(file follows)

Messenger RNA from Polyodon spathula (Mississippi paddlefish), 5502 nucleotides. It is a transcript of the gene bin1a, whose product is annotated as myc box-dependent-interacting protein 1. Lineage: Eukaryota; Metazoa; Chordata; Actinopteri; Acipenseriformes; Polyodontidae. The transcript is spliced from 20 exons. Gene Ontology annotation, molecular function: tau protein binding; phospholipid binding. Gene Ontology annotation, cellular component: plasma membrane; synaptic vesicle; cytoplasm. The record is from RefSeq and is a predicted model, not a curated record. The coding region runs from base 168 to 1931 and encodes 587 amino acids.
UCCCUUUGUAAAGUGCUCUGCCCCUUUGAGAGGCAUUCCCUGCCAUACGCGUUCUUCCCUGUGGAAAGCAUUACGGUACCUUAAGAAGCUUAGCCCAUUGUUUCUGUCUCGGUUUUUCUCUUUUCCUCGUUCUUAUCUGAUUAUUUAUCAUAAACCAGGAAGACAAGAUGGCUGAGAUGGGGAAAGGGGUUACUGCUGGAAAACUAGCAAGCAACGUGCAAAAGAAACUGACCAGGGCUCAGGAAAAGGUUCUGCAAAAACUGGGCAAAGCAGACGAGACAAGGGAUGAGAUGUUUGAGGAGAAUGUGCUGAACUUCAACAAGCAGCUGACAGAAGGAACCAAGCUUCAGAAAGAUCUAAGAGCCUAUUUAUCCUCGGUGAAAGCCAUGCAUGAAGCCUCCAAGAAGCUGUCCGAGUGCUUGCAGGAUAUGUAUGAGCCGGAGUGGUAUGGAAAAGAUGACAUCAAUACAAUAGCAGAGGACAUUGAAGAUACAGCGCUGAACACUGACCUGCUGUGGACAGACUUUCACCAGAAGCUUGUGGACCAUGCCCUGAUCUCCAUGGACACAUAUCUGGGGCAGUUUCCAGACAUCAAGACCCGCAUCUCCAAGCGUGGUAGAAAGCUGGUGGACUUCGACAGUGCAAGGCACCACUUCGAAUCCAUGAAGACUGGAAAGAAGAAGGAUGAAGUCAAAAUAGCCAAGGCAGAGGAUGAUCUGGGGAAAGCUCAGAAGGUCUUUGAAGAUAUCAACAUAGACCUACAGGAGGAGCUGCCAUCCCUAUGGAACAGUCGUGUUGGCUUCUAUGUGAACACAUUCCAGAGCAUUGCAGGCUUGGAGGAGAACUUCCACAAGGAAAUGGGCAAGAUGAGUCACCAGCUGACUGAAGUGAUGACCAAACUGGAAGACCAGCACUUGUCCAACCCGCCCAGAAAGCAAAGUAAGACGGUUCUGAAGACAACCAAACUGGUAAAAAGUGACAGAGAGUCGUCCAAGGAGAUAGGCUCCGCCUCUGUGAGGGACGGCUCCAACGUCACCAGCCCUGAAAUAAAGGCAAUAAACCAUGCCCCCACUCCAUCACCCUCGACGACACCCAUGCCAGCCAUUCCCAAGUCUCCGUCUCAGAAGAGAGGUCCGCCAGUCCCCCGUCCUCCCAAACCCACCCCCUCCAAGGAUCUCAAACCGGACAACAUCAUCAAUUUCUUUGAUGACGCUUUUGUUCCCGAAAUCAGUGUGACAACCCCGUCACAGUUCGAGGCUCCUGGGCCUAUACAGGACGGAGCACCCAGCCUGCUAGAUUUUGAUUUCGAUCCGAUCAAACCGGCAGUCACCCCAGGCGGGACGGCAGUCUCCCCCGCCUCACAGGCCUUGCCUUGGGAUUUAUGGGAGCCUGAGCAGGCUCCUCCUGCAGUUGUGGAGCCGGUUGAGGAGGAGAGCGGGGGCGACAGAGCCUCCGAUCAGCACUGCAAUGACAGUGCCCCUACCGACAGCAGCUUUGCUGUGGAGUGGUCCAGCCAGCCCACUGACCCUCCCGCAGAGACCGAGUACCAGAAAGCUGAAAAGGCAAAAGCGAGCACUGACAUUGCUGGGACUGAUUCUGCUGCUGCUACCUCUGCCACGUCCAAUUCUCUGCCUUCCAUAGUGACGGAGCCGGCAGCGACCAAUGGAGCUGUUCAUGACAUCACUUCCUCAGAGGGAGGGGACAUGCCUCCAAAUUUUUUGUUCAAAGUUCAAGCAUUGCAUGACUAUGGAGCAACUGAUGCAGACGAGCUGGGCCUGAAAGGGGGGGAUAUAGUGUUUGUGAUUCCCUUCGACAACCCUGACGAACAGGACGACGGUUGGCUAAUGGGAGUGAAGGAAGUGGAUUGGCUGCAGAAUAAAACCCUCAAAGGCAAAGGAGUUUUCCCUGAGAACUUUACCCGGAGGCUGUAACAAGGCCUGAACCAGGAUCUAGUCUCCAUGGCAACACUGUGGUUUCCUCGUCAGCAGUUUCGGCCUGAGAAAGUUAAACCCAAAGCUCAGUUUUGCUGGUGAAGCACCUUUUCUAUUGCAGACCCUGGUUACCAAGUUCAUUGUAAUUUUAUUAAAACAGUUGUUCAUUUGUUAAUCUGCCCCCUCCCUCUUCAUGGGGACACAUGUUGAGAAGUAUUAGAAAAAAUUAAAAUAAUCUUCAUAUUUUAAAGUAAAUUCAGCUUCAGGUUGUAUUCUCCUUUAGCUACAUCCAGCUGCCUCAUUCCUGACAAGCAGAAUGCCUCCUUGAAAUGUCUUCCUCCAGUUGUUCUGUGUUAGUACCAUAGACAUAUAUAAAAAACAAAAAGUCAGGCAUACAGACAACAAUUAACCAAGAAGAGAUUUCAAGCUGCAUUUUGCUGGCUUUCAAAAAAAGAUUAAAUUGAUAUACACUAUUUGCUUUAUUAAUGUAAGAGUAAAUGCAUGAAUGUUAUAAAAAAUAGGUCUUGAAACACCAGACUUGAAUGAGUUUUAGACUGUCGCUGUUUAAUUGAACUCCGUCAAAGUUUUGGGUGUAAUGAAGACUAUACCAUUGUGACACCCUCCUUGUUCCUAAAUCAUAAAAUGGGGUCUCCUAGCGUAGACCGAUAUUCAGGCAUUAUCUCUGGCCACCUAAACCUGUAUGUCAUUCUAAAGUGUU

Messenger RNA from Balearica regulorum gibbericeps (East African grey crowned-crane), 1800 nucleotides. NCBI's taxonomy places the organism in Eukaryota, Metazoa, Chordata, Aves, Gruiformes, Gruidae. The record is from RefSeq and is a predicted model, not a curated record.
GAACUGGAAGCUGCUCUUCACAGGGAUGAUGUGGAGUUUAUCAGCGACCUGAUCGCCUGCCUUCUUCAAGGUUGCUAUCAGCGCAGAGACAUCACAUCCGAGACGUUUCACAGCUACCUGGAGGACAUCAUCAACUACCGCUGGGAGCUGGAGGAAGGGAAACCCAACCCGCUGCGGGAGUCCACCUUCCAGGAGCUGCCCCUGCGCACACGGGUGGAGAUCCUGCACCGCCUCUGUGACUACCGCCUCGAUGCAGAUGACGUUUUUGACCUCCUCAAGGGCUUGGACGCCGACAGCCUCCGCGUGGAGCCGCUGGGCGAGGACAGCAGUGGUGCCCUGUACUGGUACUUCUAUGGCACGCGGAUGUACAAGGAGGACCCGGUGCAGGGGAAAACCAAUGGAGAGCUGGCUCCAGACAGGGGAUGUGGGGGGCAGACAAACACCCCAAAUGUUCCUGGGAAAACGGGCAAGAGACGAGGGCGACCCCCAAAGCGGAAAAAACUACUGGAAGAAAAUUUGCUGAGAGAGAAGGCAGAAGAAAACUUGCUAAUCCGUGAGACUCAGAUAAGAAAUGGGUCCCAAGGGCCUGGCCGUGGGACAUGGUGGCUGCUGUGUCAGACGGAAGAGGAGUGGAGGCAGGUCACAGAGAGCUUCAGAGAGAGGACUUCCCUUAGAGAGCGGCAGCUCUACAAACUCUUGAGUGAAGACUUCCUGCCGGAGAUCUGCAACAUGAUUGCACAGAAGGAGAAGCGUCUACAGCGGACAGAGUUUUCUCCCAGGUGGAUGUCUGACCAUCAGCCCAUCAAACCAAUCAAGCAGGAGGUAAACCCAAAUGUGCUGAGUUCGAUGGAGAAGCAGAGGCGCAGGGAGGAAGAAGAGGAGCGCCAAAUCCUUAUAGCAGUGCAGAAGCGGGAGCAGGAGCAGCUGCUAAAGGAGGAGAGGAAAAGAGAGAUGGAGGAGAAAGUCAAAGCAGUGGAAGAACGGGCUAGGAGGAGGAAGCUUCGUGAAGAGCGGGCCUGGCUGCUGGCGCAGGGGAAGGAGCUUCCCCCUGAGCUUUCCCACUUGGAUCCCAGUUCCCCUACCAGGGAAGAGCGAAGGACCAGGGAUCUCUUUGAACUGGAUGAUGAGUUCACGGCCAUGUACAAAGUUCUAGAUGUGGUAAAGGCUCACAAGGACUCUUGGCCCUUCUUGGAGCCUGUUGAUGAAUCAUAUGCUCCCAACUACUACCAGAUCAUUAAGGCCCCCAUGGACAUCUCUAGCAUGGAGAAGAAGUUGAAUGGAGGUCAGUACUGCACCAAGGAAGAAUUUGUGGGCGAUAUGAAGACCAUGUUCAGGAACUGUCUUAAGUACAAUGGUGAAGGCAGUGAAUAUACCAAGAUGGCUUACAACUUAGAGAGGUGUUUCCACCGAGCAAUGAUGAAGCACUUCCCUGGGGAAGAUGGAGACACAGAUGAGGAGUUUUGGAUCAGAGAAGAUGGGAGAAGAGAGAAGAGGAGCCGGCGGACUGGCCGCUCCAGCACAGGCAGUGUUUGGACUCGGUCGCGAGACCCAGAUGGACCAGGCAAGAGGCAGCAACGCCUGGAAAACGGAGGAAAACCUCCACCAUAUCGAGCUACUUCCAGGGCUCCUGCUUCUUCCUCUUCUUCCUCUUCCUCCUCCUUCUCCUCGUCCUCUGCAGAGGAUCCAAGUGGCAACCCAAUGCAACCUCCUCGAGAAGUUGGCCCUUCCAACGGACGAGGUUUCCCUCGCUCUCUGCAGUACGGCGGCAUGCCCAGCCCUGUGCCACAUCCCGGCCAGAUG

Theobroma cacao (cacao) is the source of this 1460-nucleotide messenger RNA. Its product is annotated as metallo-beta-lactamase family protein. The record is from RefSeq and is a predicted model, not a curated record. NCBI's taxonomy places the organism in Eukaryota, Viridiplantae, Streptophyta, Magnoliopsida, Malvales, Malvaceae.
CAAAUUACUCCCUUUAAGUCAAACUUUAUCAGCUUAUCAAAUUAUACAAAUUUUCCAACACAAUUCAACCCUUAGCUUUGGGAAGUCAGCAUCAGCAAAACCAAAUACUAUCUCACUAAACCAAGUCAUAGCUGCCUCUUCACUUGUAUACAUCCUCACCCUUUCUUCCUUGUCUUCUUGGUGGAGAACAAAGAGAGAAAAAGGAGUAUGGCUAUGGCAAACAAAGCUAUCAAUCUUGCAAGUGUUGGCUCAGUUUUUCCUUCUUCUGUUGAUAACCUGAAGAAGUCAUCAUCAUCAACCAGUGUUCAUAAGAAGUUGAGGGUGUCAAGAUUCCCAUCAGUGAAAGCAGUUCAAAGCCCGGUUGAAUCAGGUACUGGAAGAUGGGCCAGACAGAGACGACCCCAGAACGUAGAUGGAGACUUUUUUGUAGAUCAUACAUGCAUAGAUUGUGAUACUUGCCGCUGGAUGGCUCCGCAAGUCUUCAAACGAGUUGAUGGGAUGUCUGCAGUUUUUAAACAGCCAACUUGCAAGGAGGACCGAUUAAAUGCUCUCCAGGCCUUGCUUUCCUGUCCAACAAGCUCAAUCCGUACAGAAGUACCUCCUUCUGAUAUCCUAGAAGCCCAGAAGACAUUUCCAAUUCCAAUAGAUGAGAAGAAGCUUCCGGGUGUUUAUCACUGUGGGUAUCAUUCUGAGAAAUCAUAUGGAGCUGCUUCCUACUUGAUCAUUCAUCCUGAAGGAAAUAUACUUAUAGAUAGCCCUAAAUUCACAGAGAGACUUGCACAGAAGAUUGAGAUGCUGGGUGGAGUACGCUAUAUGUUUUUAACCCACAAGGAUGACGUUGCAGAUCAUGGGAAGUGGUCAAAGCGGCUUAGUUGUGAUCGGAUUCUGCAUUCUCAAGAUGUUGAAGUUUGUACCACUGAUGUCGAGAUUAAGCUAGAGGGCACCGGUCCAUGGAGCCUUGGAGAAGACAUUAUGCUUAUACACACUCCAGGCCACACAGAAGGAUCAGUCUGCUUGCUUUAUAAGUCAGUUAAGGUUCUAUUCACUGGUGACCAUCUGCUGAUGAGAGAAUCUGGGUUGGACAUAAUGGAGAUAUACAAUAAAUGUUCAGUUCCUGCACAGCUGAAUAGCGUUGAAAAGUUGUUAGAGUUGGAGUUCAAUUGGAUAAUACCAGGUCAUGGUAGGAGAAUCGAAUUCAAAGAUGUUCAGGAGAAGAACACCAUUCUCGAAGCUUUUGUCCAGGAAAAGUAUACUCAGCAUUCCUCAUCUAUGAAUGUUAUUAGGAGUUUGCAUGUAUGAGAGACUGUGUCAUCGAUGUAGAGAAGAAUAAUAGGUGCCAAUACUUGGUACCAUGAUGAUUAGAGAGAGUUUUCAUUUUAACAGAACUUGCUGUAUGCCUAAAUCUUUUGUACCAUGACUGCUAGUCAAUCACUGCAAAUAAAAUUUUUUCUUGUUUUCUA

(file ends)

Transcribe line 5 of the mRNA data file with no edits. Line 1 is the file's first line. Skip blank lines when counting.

Theobroma cacao (cacao) is the source of this 1460-nucleotide messenger RNA. Its product is annotated as metallo-beta-lactamase family protein. The record is from RefSeq and is a predicted model, not a curated record. NCBI's taxonomy places the organism in Eukaryota, Viridiplantae, Streptophyta, Magnoliopsida, Malvales, Malvaceae.